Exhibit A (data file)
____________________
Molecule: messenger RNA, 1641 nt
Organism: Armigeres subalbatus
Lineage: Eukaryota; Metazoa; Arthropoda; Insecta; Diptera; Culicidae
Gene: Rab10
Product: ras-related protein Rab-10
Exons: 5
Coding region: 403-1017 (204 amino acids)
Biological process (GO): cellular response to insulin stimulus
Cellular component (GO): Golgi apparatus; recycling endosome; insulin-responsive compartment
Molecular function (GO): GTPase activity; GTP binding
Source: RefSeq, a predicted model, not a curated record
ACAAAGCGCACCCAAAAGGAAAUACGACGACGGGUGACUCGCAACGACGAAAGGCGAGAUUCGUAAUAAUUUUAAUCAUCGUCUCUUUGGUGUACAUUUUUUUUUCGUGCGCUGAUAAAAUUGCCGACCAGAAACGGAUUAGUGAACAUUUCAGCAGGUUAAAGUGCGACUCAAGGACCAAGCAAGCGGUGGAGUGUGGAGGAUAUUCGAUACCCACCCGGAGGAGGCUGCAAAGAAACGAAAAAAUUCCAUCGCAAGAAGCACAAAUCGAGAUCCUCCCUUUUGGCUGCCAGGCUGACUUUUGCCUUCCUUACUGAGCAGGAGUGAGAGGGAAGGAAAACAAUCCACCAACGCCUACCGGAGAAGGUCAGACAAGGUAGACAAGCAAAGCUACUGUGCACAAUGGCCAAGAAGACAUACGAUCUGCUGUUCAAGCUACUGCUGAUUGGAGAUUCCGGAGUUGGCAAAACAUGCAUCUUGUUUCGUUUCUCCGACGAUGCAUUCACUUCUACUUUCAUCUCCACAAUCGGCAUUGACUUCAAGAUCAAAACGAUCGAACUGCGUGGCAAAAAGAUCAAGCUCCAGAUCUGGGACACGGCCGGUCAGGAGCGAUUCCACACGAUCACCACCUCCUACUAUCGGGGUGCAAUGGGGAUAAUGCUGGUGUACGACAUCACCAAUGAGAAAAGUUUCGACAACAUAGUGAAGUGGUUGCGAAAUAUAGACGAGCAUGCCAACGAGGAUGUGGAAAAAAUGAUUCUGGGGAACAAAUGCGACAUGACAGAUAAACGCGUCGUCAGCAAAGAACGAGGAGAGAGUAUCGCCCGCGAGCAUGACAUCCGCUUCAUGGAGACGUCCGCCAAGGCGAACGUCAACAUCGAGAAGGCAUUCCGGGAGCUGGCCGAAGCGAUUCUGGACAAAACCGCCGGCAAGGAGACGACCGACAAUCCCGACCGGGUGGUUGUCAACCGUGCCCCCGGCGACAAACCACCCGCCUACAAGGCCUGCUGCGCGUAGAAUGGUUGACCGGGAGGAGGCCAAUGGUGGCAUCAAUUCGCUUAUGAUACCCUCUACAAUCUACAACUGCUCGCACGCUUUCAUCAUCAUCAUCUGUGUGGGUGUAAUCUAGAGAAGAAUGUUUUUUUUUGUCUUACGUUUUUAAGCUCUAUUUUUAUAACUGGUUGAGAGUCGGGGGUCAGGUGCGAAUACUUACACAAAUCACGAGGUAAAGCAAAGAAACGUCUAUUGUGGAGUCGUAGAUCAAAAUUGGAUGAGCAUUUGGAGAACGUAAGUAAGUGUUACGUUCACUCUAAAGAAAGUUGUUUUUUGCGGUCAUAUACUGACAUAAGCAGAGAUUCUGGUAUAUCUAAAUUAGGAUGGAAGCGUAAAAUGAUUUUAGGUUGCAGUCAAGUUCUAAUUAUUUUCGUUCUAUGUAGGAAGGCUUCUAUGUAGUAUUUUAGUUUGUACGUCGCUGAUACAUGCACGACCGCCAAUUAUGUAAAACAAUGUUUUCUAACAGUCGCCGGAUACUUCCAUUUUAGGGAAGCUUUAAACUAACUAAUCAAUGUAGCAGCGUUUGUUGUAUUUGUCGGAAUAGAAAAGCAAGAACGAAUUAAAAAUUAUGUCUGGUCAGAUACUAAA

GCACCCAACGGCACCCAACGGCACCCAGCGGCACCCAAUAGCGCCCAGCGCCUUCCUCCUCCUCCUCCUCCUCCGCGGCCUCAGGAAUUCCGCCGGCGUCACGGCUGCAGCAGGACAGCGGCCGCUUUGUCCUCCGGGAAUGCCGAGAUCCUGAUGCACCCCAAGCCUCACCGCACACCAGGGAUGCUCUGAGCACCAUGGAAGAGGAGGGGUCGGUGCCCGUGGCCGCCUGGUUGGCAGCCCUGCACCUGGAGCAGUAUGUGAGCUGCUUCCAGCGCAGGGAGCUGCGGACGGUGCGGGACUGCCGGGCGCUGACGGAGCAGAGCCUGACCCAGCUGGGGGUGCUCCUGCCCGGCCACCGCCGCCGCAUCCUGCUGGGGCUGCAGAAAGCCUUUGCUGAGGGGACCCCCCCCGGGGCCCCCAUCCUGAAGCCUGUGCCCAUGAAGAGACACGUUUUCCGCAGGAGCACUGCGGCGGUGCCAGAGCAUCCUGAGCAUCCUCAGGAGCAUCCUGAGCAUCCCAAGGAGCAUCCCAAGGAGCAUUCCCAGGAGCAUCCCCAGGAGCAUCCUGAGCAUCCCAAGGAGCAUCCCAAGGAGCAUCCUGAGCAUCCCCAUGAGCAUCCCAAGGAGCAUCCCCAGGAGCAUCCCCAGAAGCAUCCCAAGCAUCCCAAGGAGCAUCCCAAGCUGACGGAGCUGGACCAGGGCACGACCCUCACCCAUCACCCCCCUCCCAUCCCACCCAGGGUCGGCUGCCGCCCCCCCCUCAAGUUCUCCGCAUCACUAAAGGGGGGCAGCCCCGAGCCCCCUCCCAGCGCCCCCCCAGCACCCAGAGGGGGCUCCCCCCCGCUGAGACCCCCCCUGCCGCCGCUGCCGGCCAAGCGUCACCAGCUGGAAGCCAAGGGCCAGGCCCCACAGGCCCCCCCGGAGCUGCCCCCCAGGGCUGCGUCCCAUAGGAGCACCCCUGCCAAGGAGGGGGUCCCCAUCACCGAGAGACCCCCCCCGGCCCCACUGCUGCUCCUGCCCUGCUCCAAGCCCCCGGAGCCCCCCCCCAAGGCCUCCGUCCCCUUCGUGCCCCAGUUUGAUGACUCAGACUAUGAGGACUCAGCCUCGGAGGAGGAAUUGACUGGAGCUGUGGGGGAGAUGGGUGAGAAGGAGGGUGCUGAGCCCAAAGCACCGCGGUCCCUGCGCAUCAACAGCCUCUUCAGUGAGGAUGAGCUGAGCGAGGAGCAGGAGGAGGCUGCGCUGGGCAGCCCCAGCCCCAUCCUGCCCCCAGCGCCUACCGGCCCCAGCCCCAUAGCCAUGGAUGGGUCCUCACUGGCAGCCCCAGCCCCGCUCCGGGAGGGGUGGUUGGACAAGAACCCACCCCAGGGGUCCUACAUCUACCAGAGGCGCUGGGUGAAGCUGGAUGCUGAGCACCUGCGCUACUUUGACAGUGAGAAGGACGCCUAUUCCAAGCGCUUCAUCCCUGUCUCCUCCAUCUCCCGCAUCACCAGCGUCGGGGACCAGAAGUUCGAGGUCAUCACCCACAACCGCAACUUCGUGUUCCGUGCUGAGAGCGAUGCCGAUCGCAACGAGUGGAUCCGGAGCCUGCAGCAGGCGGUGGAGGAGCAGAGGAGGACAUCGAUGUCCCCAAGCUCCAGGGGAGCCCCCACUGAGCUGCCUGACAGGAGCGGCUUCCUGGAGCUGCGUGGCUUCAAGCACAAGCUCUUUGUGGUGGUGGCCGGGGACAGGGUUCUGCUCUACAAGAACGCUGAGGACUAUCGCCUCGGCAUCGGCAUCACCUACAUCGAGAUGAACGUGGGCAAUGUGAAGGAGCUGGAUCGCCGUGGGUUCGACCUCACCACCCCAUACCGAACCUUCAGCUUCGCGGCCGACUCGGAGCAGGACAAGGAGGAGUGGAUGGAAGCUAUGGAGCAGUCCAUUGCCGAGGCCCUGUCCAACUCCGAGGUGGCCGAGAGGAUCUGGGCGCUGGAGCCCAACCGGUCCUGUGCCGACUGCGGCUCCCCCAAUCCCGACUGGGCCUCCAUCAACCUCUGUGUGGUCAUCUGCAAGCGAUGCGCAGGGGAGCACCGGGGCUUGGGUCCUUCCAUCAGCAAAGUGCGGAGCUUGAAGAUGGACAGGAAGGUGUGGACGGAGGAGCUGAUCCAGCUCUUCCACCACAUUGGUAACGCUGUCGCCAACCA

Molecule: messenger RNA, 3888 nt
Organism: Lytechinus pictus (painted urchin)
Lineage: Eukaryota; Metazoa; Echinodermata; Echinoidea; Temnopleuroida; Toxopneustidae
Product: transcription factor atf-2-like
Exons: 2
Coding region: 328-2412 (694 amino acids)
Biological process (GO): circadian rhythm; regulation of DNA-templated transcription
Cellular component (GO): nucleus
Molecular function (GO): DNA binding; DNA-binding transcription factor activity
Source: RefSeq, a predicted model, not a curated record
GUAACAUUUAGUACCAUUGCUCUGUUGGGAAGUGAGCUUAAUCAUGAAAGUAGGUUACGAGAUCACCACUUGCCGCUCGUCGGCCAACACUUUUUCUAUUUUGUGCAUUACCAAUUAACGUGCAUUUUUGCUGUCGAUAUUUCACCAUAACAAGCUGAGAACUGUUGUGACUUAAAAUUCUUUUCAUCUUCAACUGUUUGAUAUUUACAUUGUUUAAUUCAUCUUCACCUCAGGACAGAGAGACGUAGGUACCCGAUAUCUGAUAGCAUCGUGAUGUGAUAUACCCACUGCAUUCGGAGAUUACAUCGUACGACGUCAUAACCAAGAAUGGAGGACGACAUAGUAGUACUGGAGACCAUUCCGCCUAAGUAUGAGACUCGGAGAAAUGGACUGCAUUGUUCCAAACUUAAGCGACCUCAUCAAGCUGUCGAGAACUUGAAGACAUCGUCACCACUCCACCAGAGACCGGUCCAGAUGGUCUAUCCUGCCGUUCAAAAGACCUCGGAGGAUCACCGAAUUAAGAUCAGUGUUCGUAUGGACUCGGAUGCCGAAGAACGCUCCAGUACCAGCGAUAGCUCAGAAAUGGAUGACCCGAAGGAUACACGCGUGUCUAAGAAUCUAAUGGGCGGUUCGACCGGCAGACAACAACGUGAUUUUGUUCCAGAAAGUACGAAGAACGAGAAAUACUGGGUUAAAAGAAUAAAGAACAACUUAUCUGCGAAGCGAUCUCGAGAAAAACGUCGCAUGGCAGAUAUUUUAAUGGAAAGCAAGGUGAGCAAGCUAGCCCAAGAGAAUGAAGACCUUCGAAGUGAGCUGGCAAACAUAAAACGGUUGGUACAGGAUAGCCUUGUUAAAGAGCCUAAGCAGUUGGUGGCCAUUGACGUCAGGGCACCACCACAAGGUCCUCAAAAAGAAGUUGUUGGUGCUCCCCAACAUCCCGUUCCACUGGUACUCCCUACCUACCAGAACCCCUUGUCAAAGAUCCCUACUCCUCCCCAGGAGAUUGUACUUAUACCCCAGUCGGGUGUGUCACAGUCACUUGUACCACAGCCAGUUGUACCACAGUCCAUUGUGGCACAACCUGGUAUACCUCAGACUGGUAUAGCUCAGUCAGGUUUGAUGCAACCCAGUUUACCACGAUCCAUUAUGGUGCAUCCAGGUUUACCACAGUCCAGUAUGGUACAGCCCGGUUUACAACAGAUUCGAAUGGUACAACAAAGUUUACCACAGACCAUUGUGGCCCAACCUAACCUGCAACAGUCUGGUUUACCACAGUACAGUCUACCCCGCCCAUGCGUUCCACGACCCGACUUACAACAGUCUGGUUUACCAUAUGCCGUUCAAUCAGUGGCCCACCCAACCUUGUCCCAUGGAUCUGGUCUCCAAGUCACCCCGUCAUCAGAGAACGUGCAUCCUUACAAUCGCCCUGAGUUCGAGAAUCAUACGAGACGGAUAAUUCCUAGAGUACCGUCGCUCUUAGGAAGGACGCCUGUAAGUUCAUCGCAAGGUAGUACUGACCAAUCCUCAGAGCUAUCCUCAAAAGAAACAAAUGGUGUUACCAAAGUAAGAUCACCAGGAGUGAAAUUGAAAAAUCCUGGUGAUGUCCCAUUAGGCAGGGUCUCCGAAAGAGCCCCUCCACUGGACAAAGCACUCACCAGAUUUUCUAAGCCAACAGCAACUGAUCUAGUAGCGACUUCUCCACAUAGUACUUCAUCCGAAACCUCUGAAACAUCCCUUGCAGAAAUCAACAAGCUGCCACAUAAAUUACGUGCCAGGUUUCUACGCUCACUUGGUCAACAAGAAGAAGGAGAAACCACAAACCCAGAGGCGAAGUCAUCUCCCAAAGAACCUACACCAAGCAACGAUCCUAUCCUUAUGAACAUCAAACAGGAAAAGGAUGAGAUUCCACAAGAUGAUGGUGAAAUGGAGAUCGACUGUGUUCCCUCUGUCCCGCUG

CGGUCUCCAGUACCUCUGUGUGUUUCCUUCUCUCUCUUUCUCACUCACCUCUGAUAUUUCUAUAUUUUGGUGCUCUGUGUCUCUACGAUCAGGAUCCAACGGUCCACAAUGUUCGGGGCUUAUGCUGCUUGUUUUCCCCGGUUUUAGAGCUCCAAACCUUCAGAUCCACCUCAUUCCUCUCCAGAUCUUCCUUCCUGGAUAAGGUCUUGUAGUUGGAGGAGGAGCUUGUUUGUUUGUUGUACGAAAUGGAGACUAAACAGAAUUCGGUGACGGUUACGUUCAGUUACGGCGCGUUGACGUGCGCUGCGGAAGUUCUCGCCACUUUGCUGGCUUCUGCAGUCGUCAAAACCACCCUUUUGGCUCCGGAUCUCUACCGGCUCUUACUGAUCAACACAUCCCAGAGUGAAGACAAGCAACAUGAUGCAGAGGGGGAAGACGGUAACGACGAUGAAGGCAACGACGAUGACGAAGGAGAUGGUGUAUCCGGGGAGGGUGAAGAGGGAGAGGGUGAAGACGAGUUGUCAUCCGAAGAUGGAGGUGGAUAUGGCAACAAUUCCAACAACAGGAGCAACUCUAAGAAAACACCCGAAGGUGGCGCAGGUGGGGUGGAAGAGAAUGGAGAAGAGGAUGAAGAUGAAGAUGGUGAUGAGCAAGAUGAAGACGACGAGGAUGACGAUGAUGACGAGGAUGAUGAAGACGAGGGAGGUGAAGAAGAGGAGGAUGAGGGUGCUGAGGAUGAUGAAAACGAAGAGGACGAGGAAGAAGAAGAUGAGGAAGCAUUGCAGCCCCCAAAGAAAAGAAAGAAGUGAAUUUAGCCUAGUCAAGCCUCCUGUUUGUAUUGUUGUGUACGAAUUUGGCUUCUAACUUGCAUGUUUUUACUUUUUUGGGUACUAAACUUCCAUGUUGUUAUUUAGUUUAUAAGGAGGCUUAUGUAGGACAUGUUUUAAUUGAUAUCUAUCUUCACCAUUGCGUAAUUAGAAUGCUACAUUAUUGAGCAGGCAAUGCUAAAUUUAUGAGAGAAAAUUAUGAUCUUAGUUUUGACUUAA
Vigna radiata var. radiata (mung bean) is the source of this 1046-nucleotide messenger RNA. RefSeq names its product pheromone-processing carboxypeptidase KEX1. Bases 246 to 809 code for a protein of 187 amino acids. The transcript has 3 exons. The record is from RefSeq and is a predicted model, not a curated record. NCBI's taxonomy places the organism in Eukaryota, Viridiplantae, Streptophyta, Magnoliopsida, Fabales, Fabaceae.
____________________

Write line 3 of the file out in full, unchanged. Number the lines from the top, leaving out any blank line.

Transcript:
Lineage: Eukaryota; Metazoa; Arthropoda; Insecta; Diptera; Culicidae